SACRAMENTO — Today, Governor Newsom unveiled the California Blueprint, the first draft of his administration’s plans for spending California’s $45.7 billion budget surplus. The budget includes $22.5 billion for climate programs over five years, including $6 billion to accelerate the adoption of electric vehicles, $9 billion for other low-carbon transportation initiatives, $2 billion for clean energy infrastructure, as well as investments in community resilience, housing, green job creation, and more.
In response, The Climate Center CEO Ellie Cohen said:
“We applaud Governor Newsom for proposing $22.5 billion to invest in climate programs over the next five years. We’re particularly pleased to see the governor’s focus on decarbonizing the energy, industrial, and transportation sectors while enhancing energy resilience. We commend the emphasis on prioritizing vulnerable communities that suffer the most from air pollution, extreme heat, and power outages. Finally, we welcome the governor’s attention toward natural climate solutions to increase climate resilience and prepare communities for worsening climate impacts.
“However, much more is needed to advance solutions at the speed and scale science demands.
“California is already in the throes of climate emergency and our own elected officials acknowledge that we’ve fallen behind the rest of the world in addressing climate pollution. Much greater investments are needed sooner to save lives and dollars. For example, investing significantly more in clean, safe, resilient, locally-developed energy resources will save countless lives and dollars down the line. We urge Governor Newsom to commit $1 billion in targeted investments toward community energy resilience planning and project development to keep the power on 24/7 in the face of growing extremes.”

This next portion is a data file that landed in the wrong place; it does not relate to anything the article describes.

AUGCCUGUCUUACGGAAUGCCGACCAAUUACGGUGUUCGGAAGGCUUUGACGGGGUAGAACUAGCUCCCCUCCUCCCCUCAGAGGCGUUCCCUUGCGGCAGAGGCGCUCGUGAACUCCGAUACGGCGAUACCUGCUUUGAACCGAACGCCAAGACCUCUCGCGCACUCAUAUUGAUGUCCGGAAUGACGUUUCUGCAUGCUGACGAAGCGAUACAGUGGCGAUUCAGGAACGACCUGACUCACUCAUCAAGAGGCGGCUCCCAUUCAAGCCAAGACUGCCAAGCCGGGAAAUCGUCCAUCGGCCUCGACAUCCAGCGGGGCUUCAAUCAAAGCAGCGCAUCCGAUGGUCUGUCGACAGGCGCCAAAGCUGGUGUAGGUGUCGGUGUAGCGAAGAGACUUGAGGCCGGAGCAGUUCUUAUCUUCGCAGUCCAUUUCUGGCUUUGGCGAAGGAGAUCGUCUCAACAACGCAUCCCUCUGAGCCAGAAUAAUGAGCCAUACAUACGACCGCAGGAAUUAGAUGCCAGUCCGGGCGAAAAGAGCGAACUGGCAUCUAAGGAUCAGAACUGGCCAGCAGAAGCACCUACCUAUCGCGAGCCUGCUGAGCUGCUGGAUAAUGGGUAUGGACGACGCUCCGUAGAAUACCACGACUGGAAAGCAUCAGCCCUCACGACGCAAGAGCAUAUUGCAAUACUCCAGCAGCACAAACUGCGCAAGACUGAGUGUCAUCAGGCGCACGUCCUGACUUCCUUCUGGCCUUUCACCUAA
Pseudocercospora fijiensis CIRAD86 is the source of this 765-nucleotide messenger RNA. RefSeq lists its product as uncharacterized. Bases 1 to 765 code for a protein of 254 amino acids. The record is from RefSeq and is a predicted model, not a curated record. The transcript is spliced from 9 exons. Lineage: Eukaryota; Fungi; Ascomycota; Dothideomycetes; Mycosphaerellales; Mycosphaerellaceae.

In September, the Newsom administration committed a historic $15 billion to climate programs, including $4 billion for electric vehicles, $5 billion for drought management, and $1.5 billion for wildfires, forest management, and prescribed burns in the state of California. The majority of these investments are focused on adapting to climate impacts rather than efforts to cut greenhouse gas pollution. As one recent report found, California is well behind the pace necessary to meet its current (inadequate) goals for greenhouse gas emissions reductions by 2030.
The Climate Center — together with scientists and health experts — continues to urge Governor Newsom to not only address climate mitigation in the state budget but also use his executive powers to halt all new oil and gas infrastructure permits and pursue a just transition for impacted workers and communities. In a speech introducing the California Blueprint this morning, Governor Newsom alluded to an “oil-free future” for the state but did not announce any concrete initiatives to phase out oil and gas extraction or refinement. California is the seventh-largest oil-producing state and third-largest refining state in the nation.
The proposed budget unveiled today will go through several revisions before being approved by the state legislature in June 2022. The full draft budget is available here.
Contact: Ryan Schleeter, Communications Director, The Climate Center: email@example.com, (415) 342-2386
About The Climate Center:
The Climate Center is a climate and energy policy nonprofit working to rapidly reduce climate pollution at scale, starting in California. Our flagship Climate-Safe California campaign is a unique and comprehensive effort to make California the first state in the nation to reach carbon negative.